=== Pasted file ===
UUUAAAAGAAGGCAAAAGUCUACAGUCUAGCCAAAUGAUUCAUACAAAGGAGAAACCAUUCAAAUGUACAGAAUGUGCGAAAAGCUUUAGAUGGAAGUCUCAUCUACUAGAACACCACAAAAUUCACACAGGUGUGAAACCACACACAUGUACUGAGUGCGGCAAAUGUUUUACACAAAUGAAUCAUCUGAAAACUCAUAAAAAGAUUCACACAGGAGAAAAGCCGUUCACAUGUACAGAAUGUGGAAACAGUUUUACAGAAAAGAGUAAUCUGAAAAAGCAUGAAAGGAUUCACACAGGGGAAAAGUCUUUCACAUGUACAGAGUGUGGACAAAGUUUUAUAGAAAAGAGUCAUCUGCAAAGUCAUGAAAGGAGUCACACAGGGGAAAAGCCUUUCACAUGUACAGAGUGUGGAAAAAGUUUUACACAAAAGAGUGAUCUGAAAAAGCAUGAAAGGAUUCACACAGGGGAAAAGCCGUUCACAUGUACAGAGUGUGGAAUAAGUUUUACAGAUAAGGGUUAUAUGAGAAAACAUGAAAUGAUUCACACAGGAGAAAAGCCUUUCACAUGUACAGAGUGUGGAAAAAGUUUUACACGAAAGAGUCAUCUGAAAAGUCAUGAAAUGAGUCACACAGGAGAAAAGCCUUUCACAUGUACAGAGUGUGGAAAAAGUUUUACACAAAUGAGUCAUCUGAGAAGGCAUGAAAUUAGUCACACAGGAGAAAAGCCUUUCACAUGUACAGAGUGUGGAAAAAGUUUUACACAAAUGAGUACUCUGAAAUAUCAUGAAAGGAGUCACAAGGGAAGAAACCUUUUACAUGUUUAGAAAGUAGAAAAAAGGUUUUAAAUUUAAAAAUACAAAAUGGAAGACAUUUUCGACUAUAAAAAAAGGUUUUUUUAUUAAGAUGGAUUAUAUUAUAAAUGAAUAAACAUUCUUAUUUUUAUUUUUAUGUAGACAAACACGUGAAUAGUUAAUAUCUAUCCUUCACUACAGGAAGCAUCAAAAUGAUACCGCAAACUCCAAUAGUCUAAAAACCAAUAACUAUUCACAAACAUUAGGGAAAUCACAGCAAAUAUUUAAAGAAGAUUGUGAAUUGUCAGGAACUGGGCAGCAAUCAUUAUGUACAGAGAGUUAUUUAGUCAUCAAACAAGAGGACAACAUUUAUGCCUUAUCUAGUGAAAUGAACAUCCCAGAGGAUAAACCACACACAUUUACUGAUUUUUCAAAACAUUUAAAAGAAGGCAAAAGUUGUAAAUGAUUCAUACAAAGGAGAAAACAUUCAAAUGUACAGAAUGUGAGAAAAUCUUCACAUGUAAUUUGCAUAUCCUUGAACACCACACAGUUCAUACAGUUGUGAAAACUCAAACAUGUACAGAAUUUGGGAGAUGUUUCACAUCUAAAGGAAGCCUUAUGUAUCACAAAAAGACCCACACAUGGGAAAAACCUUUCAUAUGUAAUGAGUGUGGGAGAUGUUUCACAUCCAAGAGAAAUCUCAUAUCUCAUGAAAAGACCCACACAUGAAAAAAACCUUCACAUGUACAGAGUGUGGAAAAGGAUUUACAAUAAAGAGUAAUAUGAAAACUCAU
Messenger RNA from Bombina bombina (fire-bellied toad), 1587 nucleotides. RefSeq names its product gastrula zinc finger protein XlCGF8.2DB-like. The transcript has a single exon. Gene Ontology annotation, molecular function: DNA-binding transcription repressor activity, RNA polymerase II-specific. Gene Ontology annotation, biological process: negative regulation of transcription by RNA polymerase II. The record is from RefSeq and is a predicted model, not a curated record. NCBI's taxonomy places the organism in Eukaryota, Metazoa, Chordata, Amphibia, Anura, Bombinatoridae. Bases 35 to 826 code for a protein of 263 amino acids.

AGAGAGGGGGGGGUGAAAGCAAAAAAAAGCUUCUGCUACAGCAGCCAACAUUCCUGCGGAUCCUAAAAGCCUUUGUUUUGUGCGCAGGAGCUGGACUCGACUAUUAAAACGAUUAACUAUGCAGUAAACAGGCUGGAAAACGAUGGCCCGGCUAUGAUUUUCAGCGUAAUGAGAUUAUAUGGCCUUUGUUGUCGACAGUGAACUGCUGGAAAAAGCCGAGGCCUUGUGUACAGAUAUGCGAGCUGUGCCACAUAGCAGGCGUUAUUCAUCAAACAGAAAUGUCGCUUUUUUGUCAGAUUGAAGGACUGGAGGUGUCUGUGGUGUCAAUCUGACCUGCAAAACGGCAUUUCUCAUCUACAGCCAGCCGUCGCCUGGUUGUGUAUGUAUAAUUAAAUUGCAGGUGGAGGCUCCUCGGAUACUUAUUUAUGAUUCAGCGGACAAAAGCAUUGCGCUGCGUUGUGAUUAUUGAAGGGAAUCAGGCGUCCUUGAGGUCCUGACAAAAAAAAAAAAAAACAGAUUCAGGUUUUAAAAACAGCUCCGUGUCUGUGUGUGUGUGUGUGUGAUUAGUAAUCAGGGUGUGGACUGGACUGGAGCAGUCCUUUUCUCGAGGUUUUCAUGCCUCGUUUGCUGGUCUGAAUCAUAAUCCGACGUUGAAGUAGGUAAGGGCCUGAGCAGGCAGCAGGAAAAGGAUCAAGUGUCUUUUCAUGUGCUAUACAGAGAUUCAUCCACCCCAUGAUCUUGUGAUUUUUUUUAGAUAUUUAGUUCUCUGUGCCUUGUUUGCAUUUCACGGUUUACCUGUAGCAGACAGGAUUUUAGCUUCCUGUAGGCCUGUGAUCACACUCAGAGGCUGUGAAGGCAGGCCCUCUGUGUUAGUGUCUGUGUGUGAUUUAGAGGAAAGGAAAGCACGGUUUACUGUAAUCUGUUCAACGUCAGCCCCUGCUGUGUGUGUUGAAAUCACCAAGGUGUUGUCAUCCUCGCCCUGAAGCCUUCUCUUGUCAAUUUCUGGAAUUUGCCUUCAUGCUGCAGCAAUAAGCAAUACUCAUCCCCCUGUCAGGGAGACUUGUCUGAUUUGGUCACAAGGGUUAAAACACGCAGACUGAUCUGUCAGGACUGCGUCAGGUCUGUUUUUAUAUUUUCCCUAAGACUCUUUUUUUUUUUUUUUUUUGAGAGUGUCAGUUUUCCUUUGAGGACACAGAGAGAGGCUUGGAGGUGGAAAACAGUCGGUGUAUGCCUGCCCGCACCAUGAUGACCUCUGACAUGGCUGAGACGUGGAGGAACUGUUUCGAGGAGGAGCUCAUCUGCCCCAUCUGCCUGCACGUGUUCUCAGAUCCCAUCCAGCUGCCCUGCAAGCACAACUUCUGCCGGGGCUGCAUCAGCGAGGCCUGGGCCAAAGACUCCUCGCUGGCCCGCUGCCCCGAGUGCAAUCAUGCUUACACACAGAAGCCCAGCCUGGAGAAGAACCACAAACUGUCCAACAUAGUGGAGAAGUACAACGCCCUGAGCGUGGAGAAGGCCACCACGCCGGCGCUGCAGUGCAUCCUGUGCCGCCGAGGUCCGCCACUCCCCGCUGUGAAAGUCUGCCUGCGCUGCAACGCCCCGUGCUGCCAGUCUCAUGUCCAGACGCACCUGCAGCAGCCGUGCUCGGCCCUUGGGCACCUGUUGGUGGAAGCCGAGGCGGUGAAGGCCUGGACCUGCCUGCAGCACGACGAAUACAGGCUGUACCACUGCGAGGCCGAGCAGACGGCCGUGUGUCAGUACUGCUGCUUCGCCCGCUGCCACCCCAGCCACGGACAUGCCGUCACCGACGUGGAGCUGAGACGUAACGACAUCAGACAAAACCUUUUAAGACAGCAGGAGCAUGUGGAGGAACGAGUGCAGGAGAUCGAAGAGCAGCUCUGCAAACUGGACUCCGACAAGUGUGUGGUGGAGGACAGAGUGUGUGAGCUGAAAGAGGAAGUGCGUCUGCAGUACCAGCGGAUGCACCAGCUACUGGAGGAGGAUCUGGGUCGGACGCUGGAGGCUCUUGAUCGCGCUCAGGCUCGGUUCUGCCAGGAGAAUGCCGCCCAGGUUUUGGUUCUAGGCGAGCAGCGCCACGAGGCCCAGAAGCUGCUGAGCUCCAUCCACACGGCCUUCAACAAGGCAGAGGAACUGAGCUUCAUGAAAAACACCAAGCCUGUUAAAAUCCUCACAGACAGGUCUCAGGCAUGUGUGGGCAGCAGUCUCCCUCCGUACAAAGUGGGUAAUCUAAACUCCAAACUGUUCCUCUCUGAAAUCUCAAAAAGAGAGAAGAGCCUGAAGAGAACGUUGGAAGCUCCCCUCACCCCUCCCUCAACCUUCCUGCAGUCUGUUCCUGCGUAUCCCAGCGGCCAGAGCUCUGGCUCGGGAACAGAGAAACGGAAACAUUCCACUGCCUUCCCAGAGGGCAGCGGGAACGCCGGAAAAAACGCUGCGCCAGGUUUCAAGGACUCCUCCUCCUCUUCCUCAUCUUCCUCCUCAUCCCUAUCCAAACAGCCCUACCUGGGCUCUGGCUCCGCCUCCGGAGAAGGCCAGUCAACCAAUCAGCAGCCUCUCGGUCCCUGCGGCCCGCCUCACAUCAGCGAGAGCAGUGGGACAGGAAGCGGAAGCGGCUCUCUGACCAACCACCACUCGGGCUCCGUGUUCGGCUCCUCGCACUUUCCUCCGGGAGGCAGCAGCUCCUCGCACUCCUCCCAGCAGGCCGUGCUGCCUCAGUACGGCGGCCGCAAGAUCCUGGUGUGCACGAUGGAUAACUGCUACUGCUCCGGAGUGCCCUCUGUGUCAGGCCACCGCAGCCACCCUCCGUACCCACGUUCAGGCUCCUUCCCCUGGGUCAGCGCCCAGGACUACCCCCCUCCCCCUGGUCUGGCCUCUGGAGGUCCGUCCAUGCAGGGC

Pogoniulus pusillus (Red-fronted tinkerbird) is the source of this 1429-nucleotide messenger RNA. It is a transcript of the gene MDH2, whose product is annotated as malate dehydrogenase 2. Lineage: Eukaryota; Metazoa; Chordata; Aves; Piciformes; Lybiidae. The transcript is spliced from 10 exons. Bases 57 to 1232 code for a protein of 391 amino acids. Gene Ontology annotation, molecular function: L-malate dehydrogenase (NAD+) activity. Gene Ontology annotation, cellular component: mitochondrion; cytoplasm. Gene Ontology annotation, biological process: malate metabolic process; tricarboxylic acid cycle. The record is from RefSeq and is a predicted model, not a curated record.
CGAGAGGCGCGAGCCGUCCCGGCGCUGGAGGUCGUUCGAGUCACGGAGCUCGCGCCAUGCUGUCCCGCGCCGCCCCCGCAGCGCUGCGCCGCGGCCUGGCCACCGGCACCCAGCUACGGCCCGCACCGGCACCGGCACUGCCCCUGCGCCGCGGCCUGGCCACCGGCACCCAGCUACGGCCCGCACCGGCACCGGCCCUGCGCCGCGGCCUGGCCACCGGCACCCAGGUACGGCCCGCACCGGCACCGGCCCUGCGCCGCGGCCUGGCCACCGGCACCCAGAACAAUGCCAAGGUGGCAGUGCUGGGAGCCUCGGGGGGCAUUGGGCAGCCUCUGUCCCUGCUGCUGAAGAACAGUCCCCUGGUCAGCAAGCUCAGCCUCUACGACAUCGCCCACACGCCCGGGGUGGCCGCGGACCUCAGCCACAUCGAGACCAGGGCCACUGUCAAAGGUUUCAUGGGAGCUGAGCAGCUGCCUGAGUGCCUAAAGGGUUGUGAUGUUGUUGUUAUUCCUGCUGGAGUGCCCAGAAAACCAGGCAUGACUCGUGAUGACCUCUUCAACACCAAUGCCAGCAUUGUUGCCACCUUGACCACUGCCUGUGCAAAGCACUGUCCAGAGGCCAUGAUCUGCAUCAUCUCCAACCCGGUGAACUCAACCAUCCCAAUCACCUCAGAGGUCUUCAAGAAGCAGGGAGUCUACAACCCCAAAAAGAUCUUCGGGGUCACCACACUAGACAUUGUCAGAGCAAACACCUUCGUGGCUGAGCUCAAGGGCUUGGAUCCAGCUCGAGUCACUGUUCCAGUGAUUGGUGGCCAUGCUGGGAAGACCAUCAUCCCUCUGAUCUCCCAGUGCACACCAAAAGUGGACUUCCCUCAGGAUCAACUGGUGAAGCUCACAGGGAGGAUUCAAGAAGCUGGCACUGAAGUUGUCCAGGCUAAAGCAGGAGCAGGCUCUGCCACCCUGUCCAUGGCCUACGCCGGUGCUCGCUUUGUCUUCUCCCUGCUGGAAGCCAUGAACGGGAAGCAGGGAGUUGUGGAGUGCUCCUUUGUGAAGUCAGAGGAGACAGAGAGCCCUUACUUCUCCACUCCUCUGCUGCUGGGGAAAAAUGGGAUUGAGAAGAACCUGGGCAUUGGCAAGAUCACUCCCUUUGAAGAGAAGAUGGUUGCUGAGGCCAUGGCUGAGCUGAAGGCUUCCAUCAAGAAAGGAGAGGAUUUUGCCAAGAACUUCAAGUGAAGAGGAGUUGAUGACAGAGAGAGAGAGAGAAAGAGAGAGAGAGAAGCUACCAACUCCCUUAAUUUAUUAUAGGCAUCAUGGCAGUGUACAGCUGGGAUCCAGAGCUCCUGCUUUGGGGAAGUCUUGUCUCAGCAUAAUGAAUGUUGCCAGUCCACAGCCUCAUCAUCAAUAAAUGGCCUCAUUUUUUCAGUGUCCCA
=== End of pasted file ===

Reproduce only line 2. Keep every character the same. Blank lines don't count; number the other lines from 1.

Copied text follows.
Messenger RNA from Bombina bombina (fire-bellied toad), 1587 nucleotides. RefSeq names its product gastrula zinc finger protein XlCGF8.2DB-like. The transcript has a single exon. Gene Ontology annotation, molecular function: DNA-binding transcription repressor activity, RNA polymerase II-specific. Gene Ontology annotation, biological process: negative regulation of transcription by RNA polymerase II. The record is from RefSeq and is a predicted model, not a curated record. NCBI's taxonomy places the organism in Eukaryota, Metazoa, Chordata, Amphibia, Anura, Bombinatoridae. Bases 35 to 826 code for a protein of 263 amino acids.